2. Description of Material Art

A headliner forms an interior lining of the roof of an automotive vehicle. Various vehicle accessories such as assist grips, speakers, and sun visors may be attached to the headliner. Some of these accessories, such as the sun visor, are mounted onto the headliner prior to installing the headliner to the roof of the vehicle.

The sun visor includes a visor body adapted to receive a visor rod, and a biasing member. The biasing member is operatively attached to the visor rod so as to urge the visor body between a first and a second position when mounted to the headliner. In the first position an outer edge of the sun visor is substantially engaged with the headliner. In the second position, the sun visor is pivoted downwardly so as to shield the passenger from direct sunlight. To return the sun visor to the first position, the user simply flips the visor towards the headliner and the biasing member urges the visor to engage the headliner. Thus, the biasing member retains the visor against the headliner assembly so that the visor does not pivot downwardly and obscure a portion of the passenger's or driver's view.

The visor may be attached to the headliner by a clip. More specifically, as shown in the prior art figure, the sun visor is attached to an outer surface of the headliner and the visor rod is inserted into a visor rod aperture located at an upper portion of the headliner assembly, adjacent the A-Pillar. The inner surface of the headliner is in communication with the vehicle roof. The clip is attached to the inner surface of the headliner, and an end portion of the visor rod is configured to engage the clip so as to retain the visor to the headliner. As shown in the prior art, the biasing member cause the clip to be misaligned with respect to axis 76. The misaligned clip then becomes misaligned with respect to roof brackets of the vehicle roof, as shown in FIGS. 7, and 8. This misaligned clip requires the worker to exert more force to install the headliner assembly as compared to a headliner assembly where the clips are not misaligned.

As shown in FIGS. 7 and 8, the biasing member creates a force F0 on the headliner assembly during installation. This force F0 is translated to the end portion of the visor rod and moment M0 is experienced by the clip during engagement of the end portion of the visor rod with the headliner. Moment M0 may cause a portion of the clip to be displaced from the inner surface of the headliner.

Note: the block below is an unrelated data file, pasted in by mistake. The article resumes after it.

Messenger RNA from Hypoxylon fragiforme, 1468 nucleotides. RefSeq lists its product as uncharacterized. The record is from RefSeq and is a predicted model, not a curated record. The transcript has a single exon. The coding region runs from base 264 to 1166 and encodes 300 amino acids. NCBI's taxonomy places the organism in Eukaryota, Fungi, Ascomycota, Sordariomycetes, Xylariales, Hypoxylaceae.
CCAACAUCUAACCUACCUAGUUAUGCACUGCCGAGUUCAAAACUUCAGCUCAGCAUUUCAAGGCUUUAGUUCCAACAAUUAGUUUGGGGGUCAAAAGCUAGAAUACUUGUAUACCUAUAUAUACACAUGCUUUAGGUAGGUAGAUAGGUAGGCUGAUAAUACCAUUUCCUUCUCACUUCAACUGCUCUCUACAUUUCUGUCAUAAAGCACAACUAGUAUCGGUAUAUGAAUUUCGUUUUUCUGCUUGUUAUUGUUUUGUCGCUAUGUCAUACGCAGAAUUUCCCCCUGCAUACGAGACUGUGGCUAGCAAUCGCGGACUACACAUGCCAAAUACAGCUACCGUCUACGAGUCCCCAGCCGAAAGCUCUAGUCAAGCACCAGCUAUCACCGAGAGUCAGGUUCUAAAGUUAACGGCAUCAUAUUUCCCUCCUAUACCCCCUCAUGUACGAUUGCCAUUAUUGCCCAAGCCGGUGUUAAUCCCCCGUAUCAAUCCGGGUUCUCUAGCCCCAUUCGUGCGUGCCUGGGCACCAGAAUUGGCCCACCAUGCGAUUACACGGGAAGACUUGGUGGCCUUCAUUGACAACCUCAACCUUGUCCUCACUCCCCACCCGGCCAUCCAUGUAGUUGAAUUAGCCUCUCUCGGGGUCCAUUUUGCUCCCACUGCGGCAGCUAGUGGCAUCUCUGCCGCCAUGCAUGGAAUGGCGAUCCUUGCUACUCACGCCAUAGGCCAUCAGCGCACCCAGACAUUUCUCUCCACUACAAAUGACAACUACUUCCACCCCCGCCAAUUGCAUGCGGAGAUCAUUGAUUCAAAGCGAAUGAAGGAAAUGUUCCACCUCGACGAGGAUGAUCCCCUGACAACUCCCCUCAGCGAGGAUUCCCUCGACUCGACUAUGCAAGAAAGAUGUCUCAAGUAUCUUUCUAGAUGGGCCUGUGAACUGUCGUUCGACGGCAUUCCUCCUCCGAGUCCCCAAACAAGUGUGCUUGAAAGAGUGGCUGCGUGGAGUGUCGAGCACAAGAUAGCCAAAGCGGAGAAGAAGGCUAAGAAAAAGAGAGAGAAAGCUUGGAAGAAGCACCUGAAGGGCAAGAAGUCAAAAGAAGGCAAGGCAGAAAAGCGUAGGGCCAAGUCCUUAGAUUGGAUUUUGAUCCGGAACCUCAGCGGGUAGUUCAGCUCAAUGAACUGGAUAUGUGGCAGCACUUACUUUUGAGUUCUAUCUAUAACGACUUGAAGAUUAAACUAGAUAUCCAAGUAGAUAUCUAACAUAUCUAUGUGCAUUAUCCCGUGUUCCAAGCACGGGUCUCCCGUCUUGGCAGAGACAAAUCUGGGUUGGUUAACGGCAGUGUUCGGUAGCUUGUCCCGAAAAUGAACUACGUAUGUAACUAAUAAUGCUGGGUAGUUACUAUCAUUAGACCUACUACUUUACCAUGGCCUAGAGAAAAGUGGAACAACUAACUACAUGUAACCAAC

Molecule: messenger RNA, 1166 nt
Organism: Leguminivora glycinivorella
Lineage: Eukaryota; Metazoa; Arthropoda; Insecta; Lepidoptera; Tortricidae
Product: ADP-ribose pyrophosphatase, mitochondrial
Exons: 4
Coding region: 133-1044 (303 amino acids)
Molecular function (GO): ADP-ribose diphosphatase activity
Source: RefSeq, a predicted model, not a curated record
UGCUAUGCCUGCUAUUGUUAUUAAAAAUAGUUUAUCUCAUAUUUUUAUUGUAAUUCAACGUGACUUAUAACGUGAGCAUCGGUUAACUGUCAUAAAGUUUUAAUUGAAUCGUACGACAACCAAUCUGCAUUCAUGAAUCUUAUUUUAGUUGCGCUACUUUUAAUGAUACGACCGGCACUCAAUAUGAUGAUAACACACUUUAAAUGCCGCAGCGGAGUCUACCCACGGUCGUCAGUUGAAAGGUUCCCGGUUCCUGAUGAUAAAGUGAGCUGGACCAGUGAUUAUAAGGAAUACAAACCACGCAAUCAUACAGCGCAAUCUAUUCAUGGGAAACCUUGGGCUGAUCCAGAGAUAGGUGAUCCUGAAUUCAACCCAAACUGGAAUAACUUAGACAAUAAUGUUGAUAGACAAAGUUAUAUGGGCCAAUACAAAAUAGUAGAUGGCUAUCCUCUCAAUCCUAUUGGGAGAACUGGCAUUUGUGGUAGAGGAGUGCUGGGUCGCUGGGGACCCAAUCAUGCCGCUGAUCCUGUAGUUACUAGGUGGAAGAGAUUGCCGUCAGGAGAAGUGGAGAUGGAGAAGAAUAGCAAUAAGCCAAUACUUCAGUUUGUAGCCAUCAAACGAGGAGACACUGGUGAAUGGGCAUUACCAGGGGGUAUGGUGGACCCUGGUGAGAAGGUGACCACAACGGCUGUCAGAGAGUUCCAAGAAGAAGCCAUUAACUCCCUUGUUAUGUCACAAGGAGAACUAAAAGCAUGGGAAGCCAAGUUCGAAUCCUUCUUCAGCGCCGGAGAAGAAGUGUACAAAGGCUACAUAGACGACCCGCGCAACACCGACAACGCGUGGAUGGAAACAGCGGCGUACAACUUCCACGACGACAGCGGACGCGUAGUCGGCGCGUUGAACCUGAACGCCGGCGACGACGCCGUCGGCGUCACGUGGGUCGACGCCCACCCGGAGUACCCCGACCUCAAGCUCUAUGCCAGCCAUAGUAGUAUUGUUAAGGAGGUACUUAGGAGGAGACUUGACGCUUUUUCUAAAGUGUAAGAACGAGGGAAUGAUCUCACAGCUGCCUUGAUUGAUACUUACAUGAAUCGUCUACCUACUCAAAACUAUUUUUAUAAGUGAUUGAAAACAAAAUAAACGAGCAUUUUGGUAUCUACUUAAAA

The clip includes an inner surface wall defining a cavity configured to fittingly engage an end portion of the visor rod. The cavity is configured to be substantially aligned with the visor rod aperture of the headliner along a first axis 76. Displacement of an end portion of the clip may further cause the cavity of the clip to be misaligned from the first axis 76 by as much as 9 degrees. This misalignment causes the worker to exert a lot of force so as to overcome the misalignment and install the headliner assembly to the roof bracket. It is known that the misalignment may cause the worker to exert as much as 30 to 40 kilogram-force (kgf) in order to overcome the misalignment and install the clip of the sun visor to the roof bracket.

Accordingly, it remains desirable to have a device which facilitates the installation of the headliner assembly to the roof bracket. More specifically, it is desirable to have a base that creates a moment that is equal in magnitude to the moment generated when the visor is installed onto the headliner such that there is no misalignment between the clip and the headliner body. It is further desirable to have a device which creates a moment having magnitude equal to and countering the moment created so as to reduce substantially the current installation forces to about 6 kgf.

SUMMARY OF THE PRESENT INVENTION

The present invention provides for a headliner assembly configured to facilitate the installation of the headliner assembly to the roof of a vehicle. The headliner assembly includes a headliner body having an outer surface opposite an inner surface, and a visor rod aperture. The visor rod aperture is in communication with the outer surface. The visor assembly includes a visor body, a visor rod, and a biasing member. The visor body is mounted onto a portion of the visor rod. The biasing member is operable to pivot the visor body about the visor rod so as to urge the visor rod between a first position and a second position.